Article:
Please note: this review contains a light spoiler, something that’s been revealed already in the film’s promotion. But just flagging it here in case you’ve managed to avoid everything so far.
Prometheus was a lot of things, but one of the things it seldom felt like was an Alien movie. In some respects, this was a positive; rather than offer a straight retread of his 1979 hit, director Ridley Scott went off in another direction – broadening out the Alien universe with tales of humanity’s origins and ancient gods on the other side of the galaxy. There were slithering monsters and moments of psycho-sexual menace, but the beast from Alien was nowhere to be seen.
Alien: Covenant, on the other hand, feels like something of a response to the criticisms levelled at Prometheus. For one thing, it’s a more direct prequel to Alien – the proof’s right there in the title – and there’s less time spent on pondering over the motivations behind a race of eight-foot-tall, godlike aliens and more time running in terror from creatures with big teeth and claws.
A decade after the events of Prometheus, another Weyland Yutani vessel sets off for the depths of space. This time, it’s the Covenant – a ship destined to start a new colony on a distant, Earth-like planet called Origae-6. As well as the crew piloting the ship – among them terraforming expert Daniels (Katherine Waterston), space cowboy Tennessee (Danny McBride) and somewhat ineffectual leader Oram (Billy Crudup) – there’s a cargo of some 2,000 deep-frozen colonists whose job will be to go forth and populate their new world. But a chain of events soon leads the Covenant to switch course to another planet, also Earth-like, but this one the home to rogue synthetic David (Michael Fassbender, back from his antics in Prometheus) and maybe a monster or two.
We’ll come right out and admit it: from the opening credits, we were cheering Alien: Covenant on. Prometheus had its problems, yet The Martian, Scott’s superb 2015 adaptation of Andy Weir’s novel, proved that the director could still serve up a hugely exciting sci-fi movie when working from a solid script. If Alien: Covenant could follow suit, we thought, with Scott weaving his visual magic from a script by John Logan and Dante Harper (replacing Prometheus’ Jon Spaihts and Damon Lindelof), then maybe we could wind up with something at least approaching the brilliance of the genre-defining Alien.
For the first hour, Alien: Covenant doesn’t disappoint. To the strains of Jed Kurzel’s music, which both reworks the fractious tones of Jerry Goldsmith’s classic score and adds its own throbbing, unnerving melodies, Scott crafts a familiar yet intense story of exploration, survival and slithering nightmares. The Covenant is a much more angular, workmanlike vessel than the Prometheus; still full of gadgets and holographic displays, but closer to the “oil rig in space” feel of the Nostromo. The Covenant even has its own Mother (or MU-TH-UR 6000) – the artificial intelligence which guided the ship in Alien.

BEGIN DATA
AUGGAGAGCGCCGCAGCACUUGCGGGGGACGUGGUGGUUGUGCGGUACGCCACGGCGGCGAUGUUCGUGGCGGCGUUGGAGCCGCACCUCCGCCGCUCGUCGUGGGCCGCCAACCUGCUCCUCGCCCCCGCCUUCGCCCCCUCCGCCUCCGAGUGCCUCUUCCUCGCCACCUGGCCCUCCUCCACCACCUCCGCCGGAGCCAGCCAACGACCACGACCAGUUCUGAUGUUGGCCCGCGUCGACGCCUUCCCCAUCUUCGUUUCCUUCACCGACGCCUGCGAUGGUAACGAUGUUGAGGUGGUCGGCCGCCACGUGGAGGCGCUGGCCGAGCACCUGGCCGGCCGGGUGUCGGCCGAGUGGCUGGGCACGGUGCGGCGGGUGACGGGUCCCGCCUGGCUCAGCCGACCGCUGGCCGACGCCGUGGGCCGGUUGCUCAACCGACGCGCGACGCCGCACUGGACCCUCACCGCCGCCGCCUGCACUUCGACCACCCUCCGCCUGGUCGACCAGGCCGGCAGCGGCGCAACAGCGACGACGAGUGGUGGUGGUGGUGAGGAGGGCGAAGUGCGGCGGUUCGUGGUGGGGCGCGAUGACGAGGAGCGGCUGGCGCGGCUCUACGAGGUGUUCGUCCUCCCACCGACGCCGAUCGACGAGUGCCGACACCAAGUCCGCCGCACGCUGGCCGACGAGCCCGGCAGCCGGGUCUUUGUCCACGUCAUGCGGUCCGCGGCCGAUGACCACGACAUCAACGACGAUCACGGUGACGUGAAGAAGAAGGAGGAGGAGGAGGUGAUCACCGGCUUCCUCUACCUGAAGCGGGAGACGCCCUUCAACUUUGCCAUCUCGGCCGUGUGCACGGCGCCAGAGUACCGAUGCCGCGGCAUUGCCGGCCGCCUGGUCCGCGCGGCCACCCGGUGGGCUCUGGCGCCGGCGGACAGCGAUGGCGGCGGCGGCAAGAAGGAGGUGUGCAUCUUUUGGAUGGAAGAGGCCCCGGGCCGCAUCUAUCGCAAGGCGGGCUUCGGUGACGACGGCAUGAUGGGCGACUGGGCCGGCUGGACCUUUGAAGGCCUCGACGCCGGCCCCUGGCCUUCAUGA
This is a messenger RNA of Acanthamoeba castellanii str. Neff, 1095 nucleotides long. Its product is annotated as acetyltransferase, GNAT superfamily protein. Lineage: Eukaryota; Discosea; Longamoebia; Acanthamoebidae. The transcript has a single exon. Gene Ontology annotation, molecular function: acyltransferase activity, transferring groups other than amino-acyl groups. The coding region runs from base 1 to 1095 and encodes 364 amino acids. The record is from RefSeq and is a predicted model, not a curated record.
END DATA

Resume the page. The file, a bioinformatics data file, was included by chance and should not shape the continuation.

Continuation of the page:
The most gratifying thing to note in Alien: Covenant’s first half, though, is that the ship’s crew are a more natural-seeming bunch than the neurotic lot that blundered about in Prometheus. Their dialogue and interactions feel low-key and unforced, with the writing here echoing the earthy, semi-improvised feel of Alien. Katherine Waterston, in particular, is excellent as Daniels, the ship’s terraforming authority and planetary explorer; there’s a great chemistry between her character and McBride’s Tennessee, who plays his role completely straight – anyone fearing that he might bring some forced comedy to the Covenant can rest easy.
Alien: Covenant’s problems only really begin to tell in the second half. While the movie doesn’t lose its coherency in the way that Prometheus did, the story does delve into similarly awkward, faintly kitsch storytelling territory. One of the issues is, surprisingly, Michael Fassbender, who plays two roles here. As well as David, the actor also appears as Walter, a newer model of synthetic with fewer personality malfunctions than his predecessor.
Walter’s a likeable enough character – he has a hint of the sad-eyed restraint of Bishop in Aliens – but Fassbender’s attempt at an American accent isn’t likely to win him many awards. His turn as David, meanwhile, is served up with an unexpectedly thick slice of ham; the android-turned mad scientist now acts like Vincent Price in one of Roger Corman’s old Edgar Allan Poe adaptations, wafting in and out of the shadows with a passage of romantic poetry or an awkward one-liner on his lips.
Fortunately, Alien: Covenant still has it where it counts in the action-horror department. Some of the plot developments may not convince, exactly, but the pace is terrific – once things start to go south on the planet Paradise, they go south at a startling speed. We won’t spoil things by talking about the monsters in detail (the trailers have already given more away than we’d have liked), but the events in Covenant a far gorier and more disturbing than they were in Prometheus.
Alien: Covenant isn’t, therefore, a perfect specimen. But in the now quite large run of Alien movies – which takes in four main films, two prequels and two spin-offs – Covenant still ranks as one of the better ones. Not a classic like Alien or Aliens, but less compromised than Alien 3, less outright goofy than Alien: Resurrection or the weaker moments of Prometheus, and in an entire league above the quite dreadful Aliens Vs Predator: Requiem.
The title monster may be too familiar to really terrify us these days, but Alien: Covenant nevertheless has more than a few moments to quicken the pulse and still the blood.
Alien: Covenant is out in UK cinemas on the 12th May.
Also, Alien: River Of Pain is available on Audible now. Find out more here, and get a free 30 day trial.